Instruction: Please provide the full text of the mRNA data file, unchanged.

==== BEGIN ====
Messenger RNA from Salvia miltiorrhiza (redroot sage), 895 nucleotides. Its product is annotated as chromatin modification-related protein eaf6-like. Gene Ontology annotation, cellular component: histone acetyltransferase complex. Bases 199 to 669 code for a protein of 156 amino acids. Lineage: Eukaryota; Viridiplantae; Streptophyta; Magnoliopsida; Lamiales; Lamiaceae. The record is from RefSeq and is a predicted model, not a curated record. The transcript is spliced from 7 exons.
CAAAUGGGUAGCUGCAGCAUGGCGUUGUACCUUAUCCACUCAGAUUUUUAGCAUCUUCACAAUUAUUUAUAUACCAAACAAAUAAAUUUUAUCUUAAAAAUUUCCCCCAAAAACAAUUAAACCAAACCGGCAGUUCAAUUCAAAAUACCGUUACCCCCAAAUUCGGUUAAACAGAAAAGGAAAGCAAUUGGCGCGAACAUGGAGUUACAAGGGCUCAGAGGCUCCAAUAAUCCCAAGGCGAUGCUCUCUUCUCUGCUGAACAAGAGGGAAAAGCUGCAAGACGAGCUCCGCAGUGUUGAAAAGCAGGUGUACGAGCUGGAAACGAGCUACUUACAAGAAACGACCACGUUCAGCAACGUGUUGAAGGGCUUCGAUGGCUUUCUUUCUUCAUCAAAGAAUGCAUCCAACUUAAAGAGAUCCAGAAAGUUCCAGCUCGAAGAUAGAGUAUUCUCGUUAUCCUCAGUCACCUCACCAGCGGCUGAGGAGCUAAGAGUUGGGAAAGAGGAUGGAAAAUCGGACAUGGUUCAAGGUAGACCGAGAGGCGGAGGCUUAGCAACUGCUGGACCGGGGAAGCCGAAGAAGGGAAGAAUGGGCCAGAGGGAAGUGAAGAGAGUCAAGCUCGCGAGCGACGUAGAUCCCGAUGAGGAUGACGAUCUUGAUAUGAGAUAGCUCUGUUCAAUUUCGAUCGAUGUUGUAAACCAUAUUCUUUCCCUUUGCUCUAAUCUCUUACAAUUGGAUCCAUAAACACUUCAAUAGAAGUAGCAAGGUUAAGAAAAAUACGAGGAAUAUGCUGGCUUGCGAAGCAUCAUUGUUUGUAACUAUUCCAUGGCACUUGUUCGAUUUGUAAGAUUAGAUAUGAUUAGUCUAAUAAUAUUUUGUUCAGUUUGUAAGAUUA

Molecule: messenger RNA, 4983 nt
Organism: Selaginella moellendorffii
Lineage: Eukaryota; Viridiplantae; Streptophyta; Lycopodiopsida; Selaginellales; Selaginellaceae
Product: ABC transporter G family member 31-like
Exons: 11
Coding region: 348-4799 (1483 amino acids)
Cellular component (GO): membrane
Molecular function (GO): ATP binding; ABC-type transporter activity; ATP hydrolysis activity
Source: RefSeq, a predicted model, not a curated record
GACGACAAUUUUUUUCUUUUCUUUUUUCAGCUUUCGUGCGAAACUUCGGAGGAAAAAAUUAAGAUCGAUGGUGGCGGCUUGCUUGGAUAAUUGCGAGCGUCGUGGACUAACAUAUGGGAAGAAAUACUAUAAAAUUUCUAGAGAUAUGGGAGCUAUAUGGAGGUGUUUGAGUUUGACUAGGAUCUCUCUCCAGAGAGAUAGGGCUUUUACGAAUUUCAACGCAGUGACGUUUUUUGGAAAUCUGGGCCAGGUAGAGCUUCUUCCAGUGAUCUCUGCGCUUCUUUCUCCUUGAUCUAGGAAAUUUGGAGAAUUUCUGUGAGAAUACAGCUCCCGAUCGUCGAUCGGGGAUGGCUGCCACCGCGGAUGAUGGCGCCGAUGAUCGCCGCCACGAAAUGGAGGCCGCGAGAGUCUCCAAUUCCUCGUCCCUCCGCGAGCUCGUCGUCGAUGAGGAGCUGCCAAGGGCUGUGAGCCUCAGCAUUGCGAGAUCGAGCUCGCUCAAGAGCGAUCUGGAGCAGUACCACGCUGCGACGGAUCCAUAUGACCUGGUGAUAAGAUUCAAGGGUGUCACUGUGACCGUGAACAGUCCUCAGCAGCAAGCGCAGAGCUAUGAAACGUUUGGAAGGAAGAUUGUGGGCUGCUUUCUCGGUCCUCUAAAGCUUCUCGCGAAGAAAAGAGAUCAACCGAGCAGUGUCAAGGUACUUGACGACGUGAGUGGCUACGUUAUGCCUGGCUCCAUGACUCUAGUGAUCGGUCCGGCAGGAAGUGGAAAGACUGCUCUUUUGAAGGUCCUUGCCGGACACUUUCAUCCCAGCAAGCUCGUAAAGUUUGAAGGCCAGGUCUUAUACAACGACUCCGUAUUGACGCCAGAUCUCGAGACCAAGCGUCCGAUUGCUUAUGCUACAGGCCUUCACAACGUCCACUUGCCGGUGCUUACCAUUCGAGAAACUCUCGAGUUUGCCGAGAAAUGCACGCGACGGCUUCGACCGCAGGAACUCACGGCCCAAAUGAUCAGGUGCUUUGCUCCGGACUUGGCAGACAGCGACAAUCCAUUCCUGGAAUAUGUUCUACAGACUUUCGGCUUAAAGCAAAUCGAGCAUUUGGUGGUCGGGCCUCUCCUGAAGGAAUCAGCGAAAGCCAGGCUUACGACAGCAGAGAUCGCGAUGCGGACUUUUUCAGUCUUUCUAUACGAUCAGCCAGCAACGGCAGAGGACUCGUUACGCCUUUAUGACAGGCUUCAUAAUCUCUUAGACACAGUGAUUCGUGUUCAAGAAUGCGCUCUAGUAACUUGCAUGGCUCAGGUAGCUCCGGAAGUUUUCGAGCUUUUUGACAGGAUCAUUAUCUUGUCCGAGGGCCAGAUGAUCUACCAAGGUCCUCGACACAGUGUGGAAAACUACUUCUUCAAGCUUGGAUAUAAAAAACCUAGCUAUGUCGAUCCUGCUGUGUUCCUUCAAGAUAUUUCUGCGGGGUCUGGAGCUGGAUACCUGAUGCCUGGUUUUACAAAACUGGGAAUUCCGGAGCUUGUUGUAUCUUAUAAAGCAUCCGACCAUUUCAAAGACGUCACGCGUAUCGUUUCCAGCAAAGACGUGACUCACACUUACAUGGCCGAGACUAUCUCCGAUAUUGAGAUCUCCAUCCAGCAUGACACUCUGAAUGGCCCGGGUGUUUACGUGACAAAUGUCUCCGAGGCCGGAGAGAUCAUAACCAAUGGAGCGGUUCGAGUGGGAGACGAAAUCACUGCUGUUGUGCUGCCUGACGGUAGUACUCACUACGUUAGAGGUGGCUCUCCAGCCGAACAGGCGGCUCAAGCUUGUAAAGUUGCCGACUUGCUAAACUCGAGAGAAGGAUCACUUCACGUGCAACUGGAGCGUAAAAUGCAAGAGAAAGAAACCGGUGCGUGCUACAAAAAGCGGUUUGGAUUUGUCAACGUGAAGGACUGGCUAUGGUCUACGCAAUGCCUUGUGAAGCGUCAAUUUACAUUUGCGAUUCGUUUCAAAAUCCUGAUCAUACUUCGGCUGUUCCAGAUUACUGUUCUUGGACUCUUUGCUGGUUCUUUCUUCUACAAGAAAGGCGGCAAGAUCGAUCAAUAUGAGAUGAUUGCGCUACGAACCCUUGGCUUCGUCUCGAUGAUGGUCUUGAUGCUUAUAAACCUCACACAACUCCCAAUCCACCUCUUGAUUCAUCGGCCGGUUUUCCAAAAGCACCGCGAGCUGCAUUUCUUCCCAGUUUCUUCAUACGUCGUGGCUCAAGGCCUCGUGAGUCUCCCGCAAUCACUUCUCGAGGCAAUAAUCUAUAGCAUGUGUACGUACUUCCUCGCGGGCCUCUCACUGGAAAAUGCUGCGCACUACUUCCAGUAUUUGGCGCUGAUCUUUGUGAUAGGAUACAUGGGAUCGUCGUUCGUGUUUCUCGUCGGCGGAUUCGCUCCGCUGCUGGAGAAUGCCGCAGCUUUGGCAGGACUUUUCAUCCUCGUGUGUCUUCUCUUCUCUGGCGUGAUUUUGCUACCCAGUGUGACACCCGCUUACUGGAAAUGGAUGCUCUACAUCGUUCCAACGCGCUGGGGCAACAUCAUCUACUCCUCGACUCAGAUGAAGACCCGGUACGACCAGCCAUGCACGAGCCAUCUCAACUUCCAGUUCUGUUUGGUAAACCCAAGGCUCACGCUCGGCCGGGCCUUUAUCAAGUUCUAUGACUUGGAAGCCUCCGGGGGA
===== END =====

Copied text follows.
Messenger RNA from Salvia miltiorrhiza (redroot sage), 895 nucleotides. Its product is annotated as chromatin modification-related protein eaf6-like. Gene Ontology annotation, cellular component: histone acetyltransferase complex. Bases 199 to 669 code for a protein of 156 amino acids. Lineage: Eukaryota; Viridiplantae; Streptophyta; Magnoliopsida; Lamiales; Lamiaceae. The record is from RefSeq and is a predicted model, not a curated record. The transcript is spliced from 7 exons.
CAAAUGGGUAGCUGCAGCAUGGCGUUGUACCUUAUCCACUCAGAUUUUUAGCAUCUUCACAAUUAUUUAUAUACCAAACAAAUAAAUUUUAUCUUAAAAAUUUCCCCCAAAAACAAUUAAACCAAACCGGCAGUUCAAUUCAAAAUACCGUUACCCCCAAAUUCGGUUAAACAGAAAAGGAAAGCAAUUGGCGCGAACAUGGAGUUACAAGGGCUCAGAGGCUCCAAUAAUCCCAAGGCGAUGCUCUCUUCUCUGCUGAACAAGAGGGAAAAGCUGCAAGACGAGCUCCGCAGUGUUGAAAAGCAGGUGUACGAGCUGGAAACGAGCUACUUACAAGAAACGACCACGUUCAGCAACGUGUUGAAGGGCUUCGAUGGCUUUCUUUCUUCAUCAAAGAAUGCAUCCAACUUAAAGAGAUCCAGAAAGUUCCAGCUCGAAGAUAGAGUAUUCUCGUUAUCCUCAGUCACCUCACCAGCGGCUGAGGAGCUAAGAGUUGGGAAAGAGGAUGGAAAAUCGGACAUGGUUCAAGGUAGACCGAGAGGCGGAGGCUUAGCAACUGCUGGACCGGGGAAGCCGAAGAAGGGAAGAAUGGGCCAGAGGGAAGUGAAGAGAGUCAAGCUCGCGAGCGACGUAGAUCCCGAUGAGGAUGACGAUCUUGAUAUGAGAUAGCUCUGUUCAAUUUCGAUCGAUGUUGUAAACCAUAUUCUUUCCCUUUGCUCUAAUCUCUUACAAUUGGAUCCAUAAACACUUCAAUAGAAGUAGCAAGGUUAAGAAAAAUACGAGGAAUAUGCUGGCUUGCGAAGCAUCAUUGUUUGUAACUAUUCCAUGGCACUUGUUCGAUUUGUAAGAUUAGAUAUGAUUAGUCUAAUAAUAUUUUGUUCAGUUUGUAAGAUUA

Molecule: messenger RNA, 4983 nt
Organism: Selaginella moellendorffii
Lineage: Eukaryota; Viridiplantae; Streptophyta; Lycopodiopsida; Selaginellales; Selaginellaceae
Product: ABC transporter G family member 31-like
Exons: 11
Coding region: 348-4799 (1483 amino acids)
Cellular component (GO): membrane
Molecular function (GO): ATP binding; ABC-type transporter activity; ATP hydrolysis activity
Source: RefSeq, a predicted model, not a curated record
GACGACAAUUUUUUUCUUUUCUUUUUUCAGCUUUCGUGCGAAACUUCGGAGGAAAAAAUUAAGAUCGAUGGUGGCGGCUUGCUUGGAUAAUUGCGAGCGUCGUGGACUAACAUAUGGGAAGAAAUACUAUAAAAUUUCUAGAGAUAUGGGAGCUAUAUGGAGGUGUUUGAGUUUGACUAGGAUCUCUCUCCAGAGAGAUAGGGCUUUUACGAAUUUCAACGCAGUGACGUUUUUUGGAAAUCUGGGCCAGGUAGAGCUUCUUCCAGUGAUCUCUGCGCUUCUUUCUCCUUGAUCUAGGAAAUUUGGAGAAUUUCUGUGAGAAUACAGCUCCCGAUCGUCGAUCGGGGAUGGCUGCCACCGCGGAUGAUGGCGCCGAUGAUCGCCGCCACGAAAUGGAGGCCGCGAGAGUCUCCAAUUCCUCGUCCCUCCGCGAGCUCGUCGUCGAUGAGGAGCUGCCAAGGGCUGUGAGCCUCAGCAUUGCGAGAUCGAGCUCGCUCAAGAGCGAUCUGGAGCAGUACCACGCUGCGACGGAUCCAUAUGACCUGGUGAUAAGAUUCAAGGGUGUCACUGUGACCGUGAACAGUCCUCAGCAGCAAGCGCAGAGCUAUGAAACGUUUGGAAGGAAGAUUGUGGGCUGCUUUCUCGGUCCUCUAAAGCUUCUCGCGAAGAAAAGAGAUCAACCGAGCAGUGUCAAGGUACUUGACGACGUGAGUGGCUACGUUAUGCCUGGCUCCAUGACUCUAGUGAUCGGUCCGGCAGGAAGUGGAAAGACUGCUCUUUUGAAGGUCCUUGCCGGACACUUUCAUCCCAGCAAGCUCGUAAAGUUUGAAGGCCAGGUCUUAUACAACGACUCCGUAUUGACGCCAGAUCUCGAGACCAAGCGUCCGAUUGCUUAUGCUACAGGCCUUCACAACGUCCACUUGCCGGUGCUUACCAUUCGAGAAACUCUCGAGUUUGCCGAGAAAUGCACGCGACGGCUUCGACCGCAGGAACUCACGGCCCAAAUGAUCAGGUGCUUUGCUCCGGACUUGGCAGACAGCGACAAUCCAUUCCUGGAAUAUGUUCUACAGACUUUCGGCUUAAAGCAAAUCGAGCAUUUGGUGGUCGGGCCUCUCCUGAAGGAAUCAGCGAAAGCCAGGCUUACGACAGCAGAGAUCGCGAUGCGGACUUUUUCAGUCUUUCUAUACGAUCAGCCAGCAACGGCAGAGGACUCGUUACGCCUUUAUGACAGGCUUCAUAAUCUCUUAGACACAGUGAUUCGUGUUCAAGAAUGCGCUCUAGUAACUUGCAUGGCUCAGGUAGCUCCGGAAGUUUUCGAGCUUUUUGACAGGAUCAUUAUCUUGUCCGAGGGCCAGAUGAUCUACCAAGGUCCUCGACACAGUGUGGAAAACUACUUCUUCAAGCUUGGAUAUAAAAAACCUAGCUAUGUCGAUCCUGCUGUGUUCCUUCAAGAUAUUUCUGCGGGGUCUGGAGCUGGAUACCUGAUGCCUGGUUUUACAAAACUGGGAAUUCCGGAGCUUGUUGUAUCUUAUAAAGCAUCCGACCAUUUCAAAGACGUCACGCGUAUCGUUUCCAGCAAAGACGUGACUCACACUUACAUGGCCGAGACUAUCUCCGAUAUUGAGAUCUCCAUCCAGCAUGACACUCUGAAUGGCCCGGGUGUUUACGUGACAAAUGUCUCCGAGGCCGGAGAGAUCAUAACCAAUGGAGCGGUUCGAGUGGGAGACGAAAUCACUGCUGUUGUGCUGCCUGACGGUAGUACUCACUACGUUAGAGGUGGCUCUCCAGCCGAACAGGCGGCUCAAGCUUGUAAAGUUGCCGACUUGCUAAACUCGAGAGAAGGAUCACUUCACGUGCAACUGGAGCGUAAAAUGCAAGAGAAAGAAACCGGUGCGUGCUACAAAAAGCGGUUUGGAUUUGUCAACGUGAAGGACUGGCUAUGGUCUACGCAAUGCCUUGUGAAGCGUCAAUUUACAUUUGCGAUUCGUUUCAAAAUCCUGAUCAUACUUCGGCUGUUCCAGAUUACUGUUCUUGGACUCUUUGCUGGUUCUUUCUUCUACAAGAAAGGCGGCAAGAUCGAUCAAUAUGAGAUGAUUGCGCUACGAACCCUUGGCUUCGUCUCGAUGAUGGUCUUGAUGCUUAUAAACCUCACACAACUCCCAAUCCACCUCUUGAUUCAUCGGCCGGUUUUCCAAAAGCACCGCGAGCUGCAUUUCUUCCCAGUUUCUUCAUACGUCGUGGCUCAAGGCCUCGUGAGUCUCCCGCAAUCACUUCUCGAGGCAAUAAUCUAUAGCAUGUGUACGUACUUCCUCGCGGGCCUCUCACUGGAAAAUGCUGCGCACUACUUCCAGUAUUUGGCGCUGAUCUUUGUGAUAGGAUACAUGGGAUCGUCGUUCGUGUUUCUCGUCGGCGGAUUCGCUCCGCUGCUGGAGAAUGCCGCAGCUUUGGCAGGACUUUUCAUCCUCGUGUGUCUUCUCUUCUCUGGCGUGAUUUUGCUACCCAGUGUGACACCCGCUUACUGGAAAUGGAUGCUCUACAUCGUUCCAACGCGCUGGGGCAACAUCAUCUACUCCUCGACUCAGAUGAAGACCCGGUACGACCAGCCAUGCACGAGCCAUCUCAACUUCCAGUUCUGUUUGGUAAACCCAAGGCUCACGCUCGGCCGGGCCUUUAUCAAGUUCUAUGACUUGGAAGCCUCCGGGGGA